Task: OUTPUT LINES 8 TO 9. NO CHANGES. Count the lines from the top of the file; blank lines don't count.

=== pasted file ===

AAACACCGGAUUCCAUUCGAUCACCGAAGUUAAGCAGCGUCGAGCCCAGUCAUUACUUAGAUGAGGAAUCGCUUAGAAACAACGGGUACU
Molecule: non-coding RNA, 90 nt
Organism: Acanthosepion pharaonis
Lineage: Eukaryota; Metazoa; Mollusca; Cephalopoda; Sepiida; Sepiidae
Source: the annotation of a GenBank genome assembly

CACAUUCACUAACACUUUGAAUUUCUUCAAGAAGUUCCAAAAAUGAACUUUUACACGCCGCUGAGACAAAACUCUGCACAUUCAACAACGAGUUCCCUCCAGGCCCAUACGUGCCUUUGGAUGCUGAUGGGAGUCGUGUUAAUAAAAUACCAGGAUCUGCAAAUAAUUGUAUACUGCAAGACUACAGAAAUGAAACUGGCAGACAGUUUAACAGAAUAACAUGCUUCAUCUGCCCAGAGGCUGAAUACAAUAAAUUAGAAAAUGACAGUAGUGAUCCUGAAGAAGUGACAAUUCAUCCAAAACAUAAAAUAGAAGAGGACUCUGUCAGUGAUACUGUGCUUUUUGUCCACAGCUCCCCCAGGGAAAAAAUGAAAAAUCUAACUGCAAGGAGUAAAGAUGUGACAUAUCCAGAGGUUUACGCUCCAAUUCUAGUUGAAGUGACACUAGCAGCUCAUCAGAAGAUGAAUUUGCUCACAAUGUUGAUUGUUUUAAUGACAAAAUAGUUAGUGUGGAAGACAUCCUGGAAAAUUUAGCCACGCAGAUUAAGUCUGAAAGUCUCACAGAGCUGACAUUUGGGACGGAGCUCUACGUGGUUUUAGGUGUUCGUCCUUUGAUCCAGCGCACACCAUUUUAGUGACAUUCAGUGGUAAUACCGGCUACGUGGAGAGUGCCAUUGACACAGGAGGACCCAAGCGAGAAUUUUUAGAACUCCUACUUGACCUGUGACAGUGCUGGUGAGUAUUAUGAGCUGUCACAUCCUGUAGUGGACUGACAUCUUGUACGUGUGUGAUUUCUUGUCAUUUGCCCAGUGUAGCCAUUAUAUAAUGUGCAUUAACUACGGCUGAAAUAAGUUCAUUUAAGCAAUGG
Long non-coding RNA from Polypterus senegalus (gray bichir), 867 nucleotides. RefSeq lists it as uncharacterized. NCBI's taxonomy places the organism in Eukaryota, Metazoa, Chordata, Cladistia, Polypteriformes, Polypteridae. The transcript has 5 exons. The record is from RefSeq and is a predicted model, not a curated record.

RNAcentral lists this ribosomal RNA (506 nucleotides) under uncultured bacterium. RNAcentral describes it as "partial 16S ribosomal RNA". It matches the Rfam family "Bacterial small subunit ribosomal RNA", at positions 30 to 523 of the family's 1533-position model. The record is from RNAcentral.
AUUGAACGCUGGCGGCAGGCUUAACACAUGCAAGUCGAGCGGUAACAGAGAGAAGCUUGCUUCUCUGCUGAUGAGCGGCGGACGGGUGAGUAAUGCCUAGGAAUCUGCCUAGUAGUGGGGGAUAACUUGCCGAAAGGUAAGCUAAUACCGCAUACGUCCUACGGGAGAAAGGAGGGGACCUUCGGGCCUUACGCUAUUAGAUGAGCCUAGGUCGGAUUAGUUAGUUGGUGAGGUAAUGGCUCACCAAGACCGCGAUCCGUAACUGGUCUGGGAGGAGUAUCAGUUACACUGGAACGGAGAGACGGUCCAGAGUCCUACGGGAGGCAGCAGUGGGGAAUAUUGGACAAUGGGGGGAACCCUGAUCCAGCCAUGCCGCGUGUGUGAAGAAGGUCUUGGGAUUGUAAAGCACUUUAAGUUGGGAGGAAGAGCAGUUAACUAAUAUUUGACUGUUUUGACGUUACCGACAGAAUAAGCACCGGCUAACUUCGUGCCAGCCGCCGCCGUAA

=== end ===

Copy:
RNAcentral lists this ribosomal RNA (506 nucleotides) under uncultured bacterium. RNAcentral describes it as "partial 16S ribosomal RNA". It matches the Rfam family "Bacterial small subunit ribosomal RNA", at positions 30 to 523 of the family's 1533-position model. The record is from RNAcentral.
AUUGAACGCUGGCGGCAGGCUUAACACAUGCAAGUCGAGCGGUAACAGAGAGAAGCUUGCUUCUCUGCUGAUGAGCGGCGGACGGGUGAGUAAUGCCUAGGAAUCUGCCUAGUAGUGGGGGAUAACUUGCCGAAAGGUAAGCUAAUACCGCAUACGUCCUACGGGAGAAAGGAGGGGACCUUCGGGCCUUACGCUAUUAGAUGAGCCUAGGUCGGAUUAGUUAGUUGGUGAGGUAAUGGCUCACCAAGACCGCGAUCCGUAACUGGUCUGGGAGGAGUAUCAGUUACACUGGAACGGAGAGACGGUCCAGAGUCCUACGGGAGGCAGCAGUGGGGAAUAUUGGACAAUGGGGGGAACCCUGAUCCAGCCAUGCCGCGUGUGUGAAGAAGGUCUUGGGAUUGUAAAGCACUUUAAGUUGGGAGGAAGAGCAGUUAACUAAUAUUUGACUGUUUUGACGUUACCGACAGAAUAAGCACCGGCUAACUUCGUGCCAGCCGCCGCCGUAA